H. Don’t overlook the value of idleness.  Many cultures embrace the notion that we must be active and productive every waking moment.  If you’re not typing words or making widgets or otherwise engaged and tuned in and turned on, you’re a bad person with a worse work ethic.  This is a particular curse of American and Asian cultures, and it is, of course, toxic bullshit.  There have been a few highly prolific authors (well, there must have been, but I can’t think of one) who have actually also been good.  But writing is an art, not an act of excretion.  Yes, there are times when you just have to sit down and force yourself to write — but this presupposes you know what you’re going to write.  If you don’t, and if your mind needs to wander, then let it wander.  Go do something else.  Live life.  Experience things.  Or just lie on the sofa and play with your cat.  This is equally valid and arguably a better use of your time than forcing yourself to poop out a few hundred more words you don’t care about.

I. Read your contracts.  Don’t sign anything that will entail permanently handing over your intellectual-property rights.  If you don’t know what that language would look like, then you need to educate yourself.  There are a lot of resources available to writers, so you have no excuses.  It would be better to self-publish than to sign a shitty contract and have no means of taking your book out of print and/or getting the rights back.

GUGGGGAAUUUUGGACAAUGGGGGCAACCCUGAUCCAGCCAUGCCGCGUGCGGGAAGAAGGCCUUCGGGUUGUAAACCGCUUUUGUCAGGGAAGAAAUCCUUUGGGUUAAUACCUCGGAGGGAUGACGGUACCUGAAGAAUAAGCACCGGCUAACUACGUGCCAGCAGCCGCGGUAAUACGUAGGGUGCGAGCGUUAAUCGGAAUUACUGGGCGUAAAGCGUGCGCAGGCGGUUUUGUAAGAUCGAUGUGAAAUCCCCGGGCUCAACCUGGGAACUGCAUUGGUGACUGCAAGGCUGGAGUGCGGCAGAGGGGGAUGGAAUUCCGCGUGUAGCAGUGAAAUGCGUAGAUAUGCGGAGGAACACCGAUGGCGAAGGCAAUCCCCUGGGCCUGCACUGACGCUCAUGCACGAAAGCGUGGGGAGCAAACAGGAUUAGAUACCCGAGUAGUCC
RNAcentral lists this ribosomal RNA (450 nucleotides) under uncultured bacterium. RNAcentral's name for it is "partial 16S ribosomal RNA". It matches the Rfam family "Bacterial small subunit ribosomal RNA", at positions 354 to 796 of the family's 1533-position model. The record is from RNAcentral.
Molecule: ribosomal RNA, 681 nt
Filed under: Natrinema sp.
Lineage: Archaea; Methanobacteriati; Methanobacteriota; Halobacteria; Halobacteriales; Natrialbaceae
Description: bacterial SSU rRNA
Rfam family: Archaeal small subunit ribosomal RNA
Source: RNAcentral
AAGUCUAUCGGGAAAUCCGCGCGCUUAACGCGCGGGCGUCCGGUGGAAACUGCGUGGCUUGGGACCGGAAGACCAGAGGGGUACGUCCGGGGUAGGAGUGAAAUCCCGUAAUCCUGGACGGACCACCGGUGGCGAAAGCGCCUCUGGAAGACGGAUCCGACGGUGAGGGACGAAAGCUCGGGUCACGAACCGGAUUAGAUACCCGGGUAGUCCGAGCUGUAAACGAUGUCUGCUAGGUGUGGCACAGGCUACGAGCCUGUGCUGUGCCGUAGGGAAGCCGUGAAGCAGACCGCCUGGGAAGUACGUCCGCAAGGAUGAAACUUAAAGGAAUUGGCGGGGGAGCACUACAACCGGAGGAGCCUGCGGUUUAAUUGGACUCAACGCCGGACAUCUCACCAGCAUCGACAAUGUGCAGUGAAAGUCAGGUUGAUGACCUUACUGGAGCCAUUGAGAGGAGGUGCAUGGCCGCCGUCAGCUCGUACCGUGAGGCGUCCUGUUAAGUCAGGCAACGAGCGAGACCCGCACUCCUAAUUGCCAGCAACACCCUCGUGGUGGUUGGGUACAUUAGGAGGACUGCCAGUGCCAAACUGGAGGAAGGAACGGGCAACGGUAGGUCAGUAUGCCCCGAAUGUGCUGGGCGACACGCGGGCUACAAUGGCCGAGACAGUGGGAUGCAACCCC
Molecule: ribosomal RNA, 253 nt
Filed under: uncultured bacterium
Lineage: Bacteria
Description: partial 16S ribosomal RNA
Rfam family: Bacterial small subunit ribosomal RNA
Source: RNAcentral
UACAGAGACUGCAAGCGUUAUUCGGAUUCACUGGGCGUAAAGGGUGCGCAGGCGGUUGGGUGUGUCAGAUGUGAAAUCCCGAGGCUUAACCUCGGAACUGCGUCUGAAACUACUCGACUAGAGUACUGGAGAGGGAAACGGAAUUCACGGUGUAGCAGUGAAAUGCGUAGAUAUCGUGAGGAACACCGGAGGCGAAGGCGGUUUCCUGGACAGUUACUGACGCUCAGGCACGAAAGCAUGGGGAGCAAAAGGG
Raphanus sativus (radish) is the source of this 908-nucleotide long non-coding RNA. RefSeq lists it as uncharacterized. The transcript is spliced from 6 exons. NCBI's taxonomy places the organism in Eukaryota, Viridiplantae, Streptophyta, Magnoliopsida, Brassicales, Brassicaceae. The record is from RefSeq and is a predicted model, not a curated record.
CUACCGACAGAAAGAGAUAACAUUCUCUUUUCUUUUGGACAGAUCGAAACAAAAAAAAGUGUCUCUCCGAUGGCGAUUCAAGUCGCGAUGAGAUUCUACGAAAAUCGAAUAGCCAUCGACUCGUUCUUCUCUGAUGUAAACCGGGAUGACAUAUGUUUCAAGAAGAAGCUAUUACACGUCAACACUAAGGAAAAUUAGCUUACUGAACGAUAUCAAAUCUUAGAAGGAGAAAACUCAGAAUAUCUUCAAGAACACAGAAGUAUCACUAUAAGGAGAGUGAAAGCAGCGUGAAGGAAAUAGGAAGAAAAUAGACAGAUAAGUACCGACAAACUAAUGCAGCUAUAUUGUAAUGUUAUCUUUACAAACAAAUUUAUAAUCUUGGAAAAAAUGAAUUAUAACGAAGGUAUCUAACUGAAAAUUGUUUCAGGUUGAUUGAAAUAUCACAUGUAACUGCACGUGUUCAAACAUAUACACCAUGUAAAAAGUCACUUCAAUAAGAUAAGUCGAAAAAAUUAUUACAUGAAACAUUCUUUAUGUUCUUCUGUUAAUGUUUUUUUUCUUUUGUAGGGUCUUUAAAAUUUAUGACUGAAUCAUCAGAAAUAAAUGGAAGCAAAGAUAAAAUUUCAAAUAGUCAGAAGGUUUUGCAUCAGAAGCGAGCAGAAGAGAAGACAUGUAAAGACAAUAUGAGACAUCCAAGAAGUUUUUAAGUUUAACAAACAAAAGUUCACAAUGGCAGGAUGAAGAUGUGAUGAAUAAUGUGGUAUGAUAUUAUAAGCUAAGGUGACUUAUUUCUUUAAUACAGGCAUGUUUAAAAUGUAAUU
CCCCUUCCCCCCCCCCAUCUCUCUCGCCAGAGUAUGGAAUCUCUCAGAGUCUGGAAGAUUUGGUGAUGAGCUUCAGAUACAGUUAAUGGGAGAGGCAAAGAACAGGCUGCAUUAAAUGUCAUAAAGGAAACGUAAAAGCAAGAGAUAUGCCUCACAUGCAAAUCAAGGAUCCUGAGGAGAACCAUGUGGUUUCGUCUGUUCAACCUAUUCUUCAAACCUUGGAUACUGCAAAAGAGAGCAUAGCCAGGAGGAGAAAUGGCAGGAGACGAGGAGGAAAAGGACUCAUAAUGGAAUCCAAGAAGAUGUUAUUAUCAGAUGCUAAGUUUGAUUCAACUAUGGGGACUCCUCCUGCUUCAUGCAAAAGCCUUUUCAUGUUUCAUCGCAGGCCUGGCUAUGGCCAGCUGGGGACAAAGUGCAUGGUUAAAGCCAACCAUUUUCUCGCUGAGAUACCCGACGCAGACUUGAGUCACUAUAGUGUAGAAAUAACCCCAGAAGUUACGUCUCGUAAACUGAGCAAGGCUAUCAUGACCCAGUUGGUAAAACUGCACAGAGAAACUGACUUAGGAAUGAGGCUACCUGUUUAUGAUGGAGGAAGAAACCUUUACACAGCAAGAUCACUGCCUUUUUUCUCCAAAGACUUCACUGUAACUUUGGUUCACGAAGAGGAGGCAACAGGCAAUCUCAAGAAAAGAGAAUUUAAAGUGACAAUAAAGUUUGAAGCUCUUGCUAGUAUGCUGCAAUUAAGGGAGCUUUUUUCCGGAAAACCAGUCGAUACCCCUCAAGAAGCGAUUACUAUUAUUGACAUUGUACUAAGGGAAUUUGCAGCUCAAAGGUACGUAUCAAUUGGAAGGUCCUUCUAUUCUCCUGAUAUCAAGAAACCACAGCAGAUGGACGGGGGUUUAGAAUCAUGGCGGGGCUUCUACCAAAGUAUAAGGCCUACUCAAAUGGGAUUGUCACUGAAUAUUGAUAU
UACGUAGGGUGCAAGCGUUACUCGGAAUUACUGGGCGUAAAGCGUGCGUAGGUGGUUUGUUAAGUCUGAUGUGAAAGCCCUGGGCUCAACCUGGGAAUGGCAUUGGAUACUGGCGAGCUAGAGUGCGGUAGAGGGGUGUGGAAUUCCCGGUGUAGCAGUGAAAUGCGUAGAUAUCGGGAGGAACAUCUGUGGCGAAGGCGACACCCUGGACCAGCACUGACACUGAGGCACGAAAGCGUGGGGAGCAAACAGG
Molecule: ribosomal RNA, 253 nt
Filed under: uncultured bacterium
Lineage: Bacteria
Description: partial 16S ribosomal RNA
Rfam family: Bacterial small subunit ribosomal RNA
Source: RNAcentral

J. Learn the tools of your trade.  One result of the general dumbing-down of education systems in the US and elsewhere has been that many young adults are — well, the ones who are borderline illiterate don’t read for pleasure and thus are unlikely to contemplate writing.  They’re going to be herded through life serving no other purpose than to enrich corporations and megachurches.  But there are a lot of potential writers out there who do not use language well.  They lack a sophisticated vocabulary and a deep-enough understanding of punctuation.  They have no idea how to use the past perfect tense, and they mangle their conditionals.  Sentence structure is beyond them.  If you’re reading this, you are probably not one of these people, because they tend to think they are better educated than they are.  In any event, if you take your work seriously, then you owe it to yourself to make polishing your English (or whatever your working language is) a lifelong project.

To conclude: yes, you should dream, and you should think big, and you should write. But you should also equip yourself with some knowledge about the world we live in, to say nothing of this industry (writing exists at an intersection of art and commerce) or of language itself. If you’ve read this far, then it’s safe to guess that you care about writing. Therefore, focus on getting acquainted with the big picture, do your best to deal with the fact that that picture is constantly shifting, and… learn your bloody verb tenses and punctuation marks!